Monday, March 13, 2017

Disenfranchised Moms – Three Brief Encounters

If This Isn't Child Abuse, What Is?

The account Pat* gave me of her imprisonment in her own home was like something out of a CPS complaint. But Pat believes that even an intervention by CPS wouldn't have prevented her from losing her baby.

Learning of Pat's pregnancy sent her parents into an angry frenzy. What could they do with her to conceal her/their shame? Where could they send her? Several possibilities were discussed, but the final decision was to hide her in their basement for the remaining duration of her pregnancy.

Basement clutter was cleared to make room for a few pieces of furniture – a crude bedroom. Her meals were brought to her, and a portable 'potty' was her toilet.

Pat was allowed out of the basement only after dark, when she couldn't be seen by anyone. She welcomed the fresh air and a bit of exercise each night. And she often thought of running away somewhere, but where? Her options looked as dismal as her daily life in the basement.

The most painful memory she related to me was that of being kept away from festivities at Christmas. Her parents had guests - possibly relatives - upstairs, and Pat could hear their laughter and muffled conversations. But of course she wasn't allowed upstairs.

When she went into labor, her parents took her to the hospital and the rest of her story is textbook. When I met her, she had no idea what had become of her child – or even whether it was a boy or a girl.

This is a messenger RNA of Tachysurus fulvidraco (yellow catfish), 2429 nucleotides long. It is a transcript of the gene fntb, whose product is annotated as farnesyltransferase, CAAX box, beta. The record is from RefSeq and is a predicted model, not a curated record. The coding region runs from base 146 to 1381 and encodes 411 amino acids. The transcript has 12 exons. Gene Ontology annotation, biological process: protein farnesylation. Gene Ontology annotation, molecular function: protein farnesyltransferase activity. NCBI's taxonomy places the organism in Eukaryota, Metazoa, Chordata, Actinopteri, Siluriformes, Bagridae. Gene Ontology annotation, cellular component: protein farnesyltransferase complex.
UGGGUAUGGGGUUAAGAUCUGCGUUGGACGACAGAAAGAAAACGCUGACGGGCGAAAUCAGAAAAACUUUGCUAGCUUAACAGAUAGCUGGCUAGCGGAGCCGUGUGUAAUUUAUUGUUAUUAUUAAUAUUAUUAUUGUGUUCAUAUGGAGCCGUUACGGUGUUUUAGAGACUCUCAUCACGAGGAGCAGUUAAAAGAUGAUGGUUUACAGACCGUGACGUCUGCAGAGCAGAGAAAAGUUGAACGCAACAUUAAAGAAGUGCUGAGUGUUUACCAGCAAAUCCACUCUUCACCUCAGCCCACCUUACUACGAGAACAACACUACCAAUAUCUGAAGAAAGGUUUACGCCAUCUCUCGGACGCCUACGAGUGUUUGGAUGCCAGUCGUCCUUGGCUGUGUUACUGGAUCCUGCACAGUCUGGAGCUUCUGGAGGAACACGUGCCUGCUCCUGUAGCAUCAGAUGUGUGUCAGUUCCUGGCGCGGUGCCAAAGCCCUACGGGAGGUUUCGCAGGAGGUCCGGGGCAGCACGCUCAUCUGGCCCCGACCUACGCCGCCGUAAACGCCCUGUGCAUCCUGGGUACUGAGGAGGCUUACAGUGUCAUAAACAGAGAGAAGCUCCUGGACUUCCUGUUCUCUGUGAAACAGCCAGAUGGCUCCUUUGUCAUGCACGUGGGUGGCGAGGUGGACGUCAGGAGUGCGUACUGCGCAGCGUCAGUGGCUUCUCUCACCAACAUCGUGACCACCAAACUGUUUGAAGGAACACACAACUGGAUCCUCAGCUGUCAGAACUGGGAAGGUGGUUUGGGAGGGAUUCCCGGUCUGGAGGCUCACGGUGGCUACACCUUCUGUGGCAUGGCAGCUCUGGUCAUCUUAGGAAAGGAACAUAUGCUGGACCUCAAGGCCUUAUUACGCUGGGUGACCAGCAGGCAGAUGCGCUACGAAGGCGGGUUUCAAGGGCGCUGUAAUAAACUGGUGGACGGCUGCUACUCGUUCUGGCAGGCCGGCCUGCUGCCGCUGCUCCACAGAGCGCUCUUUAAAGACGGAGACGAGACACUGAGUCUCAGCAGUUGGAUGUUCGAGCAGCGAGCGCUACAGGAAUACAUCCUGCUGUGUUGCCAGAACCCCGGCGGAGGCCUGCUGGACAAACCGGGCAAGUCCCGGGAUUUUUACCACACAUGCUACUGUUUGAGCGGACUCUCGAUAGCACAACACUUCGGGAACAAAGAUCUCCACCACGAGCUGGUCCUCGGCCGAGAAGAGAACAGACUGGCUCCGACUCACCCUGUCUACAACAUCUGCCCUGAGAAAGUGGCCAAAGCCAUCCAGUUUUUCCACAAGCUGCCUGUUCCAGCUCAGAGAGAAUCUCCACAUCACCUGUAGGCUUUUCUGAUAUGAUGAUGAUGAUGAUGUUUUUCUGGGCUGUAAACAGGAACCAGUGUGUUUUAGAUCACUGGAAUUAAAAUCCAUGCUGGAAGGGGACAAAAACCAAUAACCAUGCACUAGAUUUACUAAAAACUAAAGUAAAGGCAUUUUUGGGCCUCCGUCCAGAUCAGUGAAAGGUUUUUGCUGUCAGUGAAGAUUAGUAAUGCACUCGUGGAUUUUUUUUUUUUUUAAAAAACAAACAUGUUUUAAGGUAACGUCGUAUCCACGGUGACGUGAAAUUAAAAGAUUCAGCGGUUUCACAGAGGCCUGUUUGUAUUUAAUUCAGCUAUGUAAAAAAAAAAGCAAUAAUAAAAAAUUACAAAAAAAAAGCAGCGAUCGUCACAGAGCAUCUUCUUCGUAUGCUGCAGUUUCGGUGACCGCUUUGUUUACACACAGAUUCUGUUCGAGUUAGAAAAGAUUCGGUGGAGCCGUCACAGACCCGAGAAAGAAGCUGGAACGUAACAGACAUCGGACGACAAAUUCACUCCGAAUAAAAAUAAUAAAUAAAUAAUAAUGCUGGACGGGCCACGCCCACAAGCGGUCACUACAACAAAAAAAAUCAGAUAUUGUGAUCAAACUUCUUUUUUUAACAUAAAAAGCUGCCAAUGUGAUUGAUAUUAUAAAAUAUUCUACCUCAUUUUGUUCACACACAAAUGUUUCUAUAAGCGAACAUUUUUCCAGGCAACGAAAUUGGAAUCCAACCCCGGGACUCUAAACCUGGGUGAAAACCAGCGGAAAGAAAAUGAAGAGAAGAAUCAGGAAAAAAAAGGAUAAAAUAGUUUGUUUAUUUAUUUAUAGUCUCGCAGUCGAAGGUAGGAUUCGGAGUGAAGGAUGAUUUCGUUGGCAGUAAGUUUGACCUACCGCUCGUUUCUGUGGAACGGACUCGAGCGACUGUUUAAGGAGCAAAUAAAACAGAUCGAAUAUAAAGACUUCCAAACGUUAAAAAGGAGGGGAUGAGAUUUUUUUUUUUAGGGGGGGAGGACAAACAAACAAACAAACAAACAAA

The Threat

Shirley* gave birth and surrendered her child in Galveston, Texas. An attorney handled the adoption, and to make sure she didn't try to find her son at some time in the future, he lied to her about the sure consequence.

"If you ever return to Galveston County, you'll be arrested," he told her.

With the help of Texas search volunteers, Shirley was able to locate her son when he turned nineteen. The last contact I had with her she was planning a trip to Texas - yes, Galveston - but wasn't totally convinced that law enforcement officials wouldn't be waiting for her at the county line.

When fear is instilled in an already traumatized person, it doesn't dissipate just because truth finally is revealed.

To Live or Not to Live

When Ardis* came to our support group meeting the first time, she had already met the adult daughter she had lost to adoption years before. They'd been brought together through an unusual turn of events made possible by the fact that she and her daughter's family lived in the same town.

What made Ardis' story unique was that being reunited with her daughter literally saved her life.

When a lump in Ardis' breast was found to be malignant, she was immediately informed of the treatment protocol that lay ahead. Although a part of her wanted to undergo the treatment that would increase her chances of survival, another part of her wanted not to survive.

Ardis, a Christian, believed in the promise of life hereafter. Through the years since losing her daughter she had comforted herself in the belief that they would be reunited one day in heaven. She just knew it was impossible to ever meet her while she was alive, so she reasoned she could expedite the meeting - at least on her part - by refusing treatment and waiting for her daughter on the other side.

When the miracle of miracles happened that brought Ardis and her daughter together, it was thankfully not too late to undergo the treatment. She survived – and thrived. And an added blessing came in the form of a warm, caring relationship with her daughter's adoptive mom.

As far as I know, Ardis is still 'on this side' of heaven.

*Pat, Shirley, and Ardis are all pseudonyms, as are all names in this series.

 Typical Ann Landers 'Advice'

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